(Centennial Fellow) “Judge not, that ye be not judged.” The tolerance movement in our secular culture screams this biblical passage (Matt: 7:1) to silence Christians from expressing their biblical judgment in opposition to the moral relativism of the American culture. This has become the clarion call of the millennial generation, the most unchurched cohort in America. The resulting silence has helped usher in
Contemplating a resolution for the New Year? Here’s a suggestion. Resolve to put America back on the path of greatness. A centralized government that bestows “equality” by redistributing wealth did not buoy the United States to strength and prosperity. Freedom of opportunity coupled with responsibility made America special.
Unable to ignore millions of cancellation letters and a rare presidential apology, fact-checkers at PolitiFact and the Washington Post designated “If you like your health care plan, you can keep it” as their “Lie of the Year.” Reeling from Obamacare’s deceptive sales tactics, Americans dread its fallout but know that our system allows us to Think Again. We can repeal and replace bad laws.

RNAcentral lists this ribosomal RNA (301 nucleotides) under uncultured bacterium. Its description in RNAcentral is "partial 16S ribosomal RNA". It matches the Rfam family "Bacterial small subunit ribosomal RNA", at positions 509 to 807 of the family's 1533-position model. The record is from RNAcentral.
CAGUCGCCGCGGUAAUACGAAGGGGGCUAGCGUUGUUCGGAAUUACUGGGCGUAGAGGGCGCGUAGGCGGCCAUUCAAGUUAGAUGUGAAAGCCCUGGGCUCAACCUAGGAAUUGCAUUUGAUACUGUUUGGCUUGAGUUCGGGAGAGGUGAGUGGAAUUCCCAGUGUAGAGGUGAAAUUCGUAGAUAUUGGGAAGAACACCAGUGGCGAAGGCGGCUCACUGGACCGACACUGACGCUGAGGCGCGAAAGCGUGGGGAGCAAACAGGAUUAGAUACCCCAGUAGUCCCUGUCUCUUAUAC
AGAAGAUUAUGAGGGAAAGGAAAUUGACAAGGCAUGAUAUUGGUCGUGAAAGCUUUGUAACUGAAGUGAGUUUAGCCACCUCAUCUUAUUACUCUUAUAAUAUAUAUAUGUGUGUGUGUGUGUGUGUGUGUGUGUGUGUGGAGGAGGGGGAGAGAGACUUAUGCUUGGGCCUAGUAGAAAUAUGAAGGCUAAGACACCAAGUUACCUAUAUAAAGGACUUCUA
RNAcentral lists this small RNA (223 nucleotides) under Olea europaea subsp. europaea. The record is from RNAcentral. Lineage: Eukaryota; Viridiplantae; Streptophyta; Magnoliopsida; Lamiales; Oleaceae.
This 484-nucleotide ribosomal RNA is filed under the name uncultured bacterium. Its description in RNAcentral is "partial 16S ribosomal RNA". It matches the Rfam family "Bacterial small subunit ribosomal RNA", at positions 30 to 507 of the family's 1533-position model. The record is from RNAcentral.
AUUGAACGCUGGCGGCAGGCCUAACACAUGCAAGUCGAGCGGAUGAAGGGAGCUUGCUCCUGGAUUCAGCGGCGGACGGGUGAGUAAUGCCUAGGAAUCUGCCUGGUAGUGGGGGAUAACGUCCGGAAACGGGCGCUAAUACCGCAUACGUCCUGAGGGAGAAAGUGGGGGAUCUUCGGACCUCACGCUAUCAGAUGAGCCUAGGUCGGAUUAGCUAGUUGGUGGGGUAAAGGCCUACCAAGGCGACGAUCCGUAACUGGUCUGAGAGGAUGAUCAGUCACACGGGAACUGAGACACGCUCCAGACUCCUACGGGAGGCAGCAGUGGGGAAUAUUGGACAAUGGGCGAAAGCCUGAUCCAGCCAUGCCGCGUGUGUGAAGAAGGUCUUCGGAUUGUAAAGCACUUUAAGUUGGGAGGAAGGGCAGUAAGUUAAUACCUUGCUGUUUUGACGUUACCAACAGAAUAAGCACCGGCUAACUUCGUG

In the last election, four Colorado cities voted to ban hydraulic fracking: Boulder, Broomfield, Loveland, and Fort Collins. Anti-fracking proponents promise to take their campaign statewide. Self-described ‘fractivist’ Shawn Davis stated “This is not an anti-fracking fight anymore, it’s a civil rights movement. Our civil rights to safety and protection have been taken away from us.” Davis represents organizations like Sierra Club, which oppose all fossil fuels, including natural gas. Anti-fracking bans have been enacted in New Jersey, New York, and Vermont, and in 400 cities around the country.
Recent local elections and policy shifts in Colorado and across the nation are reflective of some worldwide trends in educational choice that are often unknown or ignored in the United States.
In the waiting room of Memorial Sloan-Kettering’s radiation treatment center, I discovered that in the race of life, those running to stay on the track are among the most determined, hopeful and courageous. They’re also grateful, for it’s in the sanctuary of sympathetic and expert care where cancer patients experience calm and clarity after the storm of diagnosis and decision-making.